Never underestimate the power of a determined witch.
Sixteen-year-old Bianca Monroe is the victim of a terrible curse cast by the evil witch Miss Mabel. The inheritance spell was originally cast on her ailing grandmother. Soon, Bianca’s mother will become ill, then Bianca. Bianca makes it her mission to get close to Miss Mabel to force her to relinquish the curse by whatever means necessary. She has prepared herself for this, but will she really stand a chance against Miss Mabel?
I have had my eye on Katie Cross’ Network Series for a while now. The covers were alluring, and the plot enticing. About a month ago, I won both Miss Mabel’s and the sequel Antebellum Awakening in a contest. When they arrived in my mailbox, I immediately started reading.
Bianca is a great character full of emotions, but has the resolve that matches that of Katniss Everdeen in The Hunger Games Trilogy instead of the dependent Bella Swann from The Twilight Saga. The difference between Katniss and Bianca however is that the latter isn’t interested in romance. She has once focus, and that is lifting the curse that will eventually kill her and save her mother and grandmother. Anyway, Cross doesn’t give Bianca the opportunity to be involved in such affairs, as Miss Mabel’s School for Girls is exactly as it suggests– a school for girls. Boys have their own schools, and one of those is mentioned only once and never really is elaborated on. I believe that such things will be elaborated on the further the series progresses.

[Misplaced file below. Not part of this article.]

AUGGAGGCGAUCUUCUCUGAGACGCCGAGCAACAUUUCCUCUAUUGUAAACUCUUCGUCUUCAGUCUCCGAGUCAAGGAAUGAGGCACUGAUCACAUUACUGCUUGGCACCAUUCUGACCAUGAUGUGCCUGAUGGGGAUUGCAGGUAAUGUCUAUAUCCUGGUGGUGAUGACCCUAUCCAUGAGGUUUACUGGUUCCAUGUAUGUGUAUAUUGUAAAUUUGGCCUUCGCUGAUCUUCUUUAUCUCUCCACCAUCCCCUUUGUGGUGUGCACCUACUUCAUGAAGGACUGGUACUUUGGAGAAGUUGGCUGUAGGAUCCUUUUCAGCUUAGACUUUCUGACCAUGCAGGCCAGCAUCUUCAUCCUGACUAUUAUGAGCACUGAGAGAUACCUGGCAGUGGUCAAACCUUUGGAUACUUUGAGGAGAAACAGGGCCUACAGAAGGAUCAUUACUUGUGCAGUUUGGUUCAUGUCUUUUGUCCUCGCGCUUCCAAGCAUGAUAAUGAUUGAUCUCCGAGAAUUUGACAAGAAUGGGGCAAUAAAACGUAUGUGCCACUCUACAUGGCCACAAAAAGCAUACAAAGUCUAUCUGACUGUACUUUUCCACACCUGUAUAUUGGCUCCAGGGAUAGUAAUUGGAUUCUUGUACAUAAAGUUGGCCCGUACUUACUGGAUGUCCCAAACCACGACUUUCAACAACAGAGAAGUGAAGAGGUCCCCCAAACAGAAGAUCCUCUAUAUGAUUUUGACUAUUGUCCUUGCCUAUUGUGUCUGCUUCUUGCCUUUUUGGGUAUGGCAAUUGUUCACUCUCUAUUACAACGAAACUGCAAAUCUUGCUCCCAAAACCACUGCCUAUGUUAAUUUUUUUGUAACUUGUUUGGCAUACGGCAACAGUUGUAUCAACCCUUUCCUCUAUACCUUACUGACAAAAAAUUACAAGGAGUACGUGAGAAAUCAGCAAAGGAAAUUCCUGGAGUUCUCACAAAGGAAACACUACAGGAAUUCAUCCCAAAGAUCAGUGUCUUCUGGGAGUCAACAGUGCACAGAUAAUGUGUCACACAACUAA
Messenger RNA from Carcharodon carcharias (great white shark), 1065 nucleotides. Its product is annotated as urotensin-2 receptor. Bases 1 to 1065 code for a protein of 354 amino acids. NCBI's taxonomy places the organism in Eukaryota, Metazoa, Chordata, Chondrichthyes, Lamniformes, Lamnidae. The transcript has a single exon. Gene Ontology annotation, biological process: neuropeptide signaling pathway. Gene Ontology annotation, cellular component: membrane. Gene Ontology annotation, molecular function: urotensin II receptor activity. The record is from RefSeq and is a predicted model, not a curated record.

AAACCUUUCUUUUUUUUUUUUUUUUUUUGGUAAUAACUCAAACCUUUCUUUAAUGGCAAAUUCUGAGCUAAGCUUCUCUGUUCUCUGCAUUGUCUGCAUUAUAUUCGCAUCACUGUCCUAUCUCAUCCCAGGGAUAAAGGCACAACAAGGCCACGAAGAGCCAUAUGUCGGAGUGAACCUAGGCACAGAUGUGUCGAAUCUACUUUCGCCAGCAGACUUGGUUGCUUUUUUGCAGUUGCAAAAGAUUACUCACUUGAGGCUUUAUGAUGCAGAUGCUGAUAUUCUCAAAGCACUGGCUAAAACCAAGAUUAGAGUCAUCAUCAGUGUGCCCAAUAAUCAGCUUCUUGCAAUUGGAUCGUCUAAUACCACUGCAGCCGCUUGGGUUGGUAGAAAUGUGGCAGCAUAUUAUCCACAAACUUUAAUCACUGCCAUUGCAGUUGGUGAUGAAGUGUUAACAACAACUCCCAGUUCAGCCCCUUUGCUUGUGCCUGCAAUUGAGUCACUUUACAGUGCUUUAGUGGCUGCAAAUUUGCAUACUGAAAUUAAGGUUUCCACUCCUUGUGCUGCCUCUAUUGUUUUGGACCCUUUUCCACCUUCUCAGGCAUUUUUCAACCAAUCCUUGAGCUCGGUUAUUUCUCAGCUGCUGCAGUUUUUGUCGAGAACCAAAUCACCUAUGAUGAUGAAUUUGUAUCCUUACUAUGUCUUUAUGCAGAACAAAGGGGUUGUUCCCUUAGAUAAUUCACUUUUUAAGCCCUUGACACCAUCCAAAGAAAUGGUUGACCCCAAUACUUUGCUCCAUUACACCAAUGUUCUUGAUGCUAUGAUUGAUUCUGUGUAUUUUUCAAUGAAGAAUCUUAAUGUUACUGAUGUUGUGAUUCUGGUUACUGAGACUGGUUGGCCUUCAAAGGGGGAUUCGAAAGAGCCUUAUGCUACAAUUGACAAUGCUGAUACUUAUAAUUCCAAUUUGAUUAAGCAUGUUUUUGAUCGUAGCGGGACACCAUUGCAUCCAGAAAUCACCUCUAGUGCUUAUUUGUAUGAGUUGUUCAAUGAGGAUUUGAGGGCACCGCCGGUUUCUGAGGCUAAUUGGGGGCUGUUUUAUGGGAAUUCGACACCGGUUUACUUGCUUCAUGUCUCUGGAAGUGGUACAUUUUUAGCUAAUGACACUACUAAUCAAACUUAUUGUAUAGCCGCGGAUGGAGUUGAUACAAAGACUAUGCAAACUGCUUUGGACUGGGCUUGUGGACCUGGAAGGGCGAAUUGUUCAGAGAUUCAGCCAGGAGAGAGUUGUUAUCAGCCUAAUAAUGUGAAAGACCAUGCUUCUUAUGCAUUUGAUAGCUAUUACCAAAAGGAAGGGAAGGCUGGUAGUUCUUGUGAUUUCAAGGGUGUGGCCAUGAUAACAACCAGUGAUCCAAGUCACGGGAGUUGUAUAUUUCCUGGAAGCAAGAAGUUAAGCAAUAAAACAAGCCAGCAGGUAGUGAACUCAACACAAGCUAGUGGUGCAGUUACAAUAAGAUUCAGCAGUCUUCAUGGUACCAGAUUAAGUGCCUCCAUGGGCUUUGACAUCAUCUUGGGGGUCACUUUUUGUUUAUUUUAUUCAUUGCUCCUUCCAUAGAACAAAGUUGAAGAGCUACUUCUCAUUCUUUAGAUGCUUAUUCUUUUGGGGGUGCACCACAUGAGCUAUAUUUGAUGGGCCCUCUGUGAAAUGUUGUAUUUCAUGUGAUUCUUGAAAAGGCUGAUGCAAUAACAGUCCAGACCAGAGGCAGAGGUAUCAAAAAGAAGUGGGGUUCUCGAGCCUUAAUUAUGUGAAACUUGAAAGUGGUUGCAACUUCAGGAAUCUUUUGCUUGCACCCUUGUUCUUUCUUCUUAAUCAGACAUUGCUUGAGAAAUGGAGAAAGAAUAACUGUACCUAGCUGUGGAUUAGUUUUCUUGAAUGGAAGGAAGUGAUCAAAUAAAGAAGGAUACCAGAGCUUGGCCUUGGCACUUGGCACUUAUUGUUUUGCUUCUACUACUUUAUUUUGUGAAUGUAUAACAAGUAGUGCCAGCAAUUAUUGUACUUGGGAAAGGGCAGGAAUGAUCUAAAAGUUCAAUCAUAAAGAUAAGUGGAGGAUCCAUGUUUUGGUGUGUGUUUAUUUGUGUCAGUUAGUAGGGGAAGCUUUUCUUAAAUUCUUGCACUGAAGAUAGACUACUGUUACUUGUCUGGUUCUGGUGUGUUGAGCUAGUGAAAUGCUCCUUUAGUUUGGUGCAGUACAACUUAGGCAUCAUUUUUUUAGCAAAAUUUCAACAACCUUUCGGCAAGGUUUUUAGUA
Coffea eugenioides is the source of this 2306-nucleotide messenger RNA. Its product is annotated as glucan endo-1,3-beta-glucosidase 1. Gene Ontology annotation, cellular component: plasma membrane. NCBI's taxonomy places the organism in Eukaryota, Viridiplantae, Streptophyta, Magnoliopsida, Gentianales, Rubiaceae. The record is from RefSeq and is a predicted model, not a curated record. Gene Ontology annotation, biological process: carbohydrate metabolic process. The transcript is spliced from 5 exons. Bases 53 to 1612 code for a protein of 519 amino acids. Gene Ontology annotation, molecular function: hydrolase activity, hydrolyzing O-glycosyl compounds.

The world of Antebellum is a unique one, with a seemingly elaborate history, but never goes to deep into it. As stated above, I have a feeling that history is going to be built upon further along in the series, especially since the third book, Mildred’s Resistance, serves as a prequel and will give details on a conflict that ties in with MMSFG‘s story line.
On a further note about world-building and fantasy novels, magic almost always comes into play, even if it takes a backseat to the rest of the story. With the majority of the novel taking place in a school where girls go to learn to become witches, magic takes a front seat. A problem some writers have is making that magic believable and not over the top. Cross does this well, leaving the source of the magic a mystery that doesn’t need to be explained if she decides to leave it so. She writes with vivid description, drawing the reader into this strange world. The climax of the novel is breathtaking, and I had a hard time putting it down.
It is extremely difficult to say much more about Miss Mabel’s without giving anything away, so I am going to end with this:
You really should read it.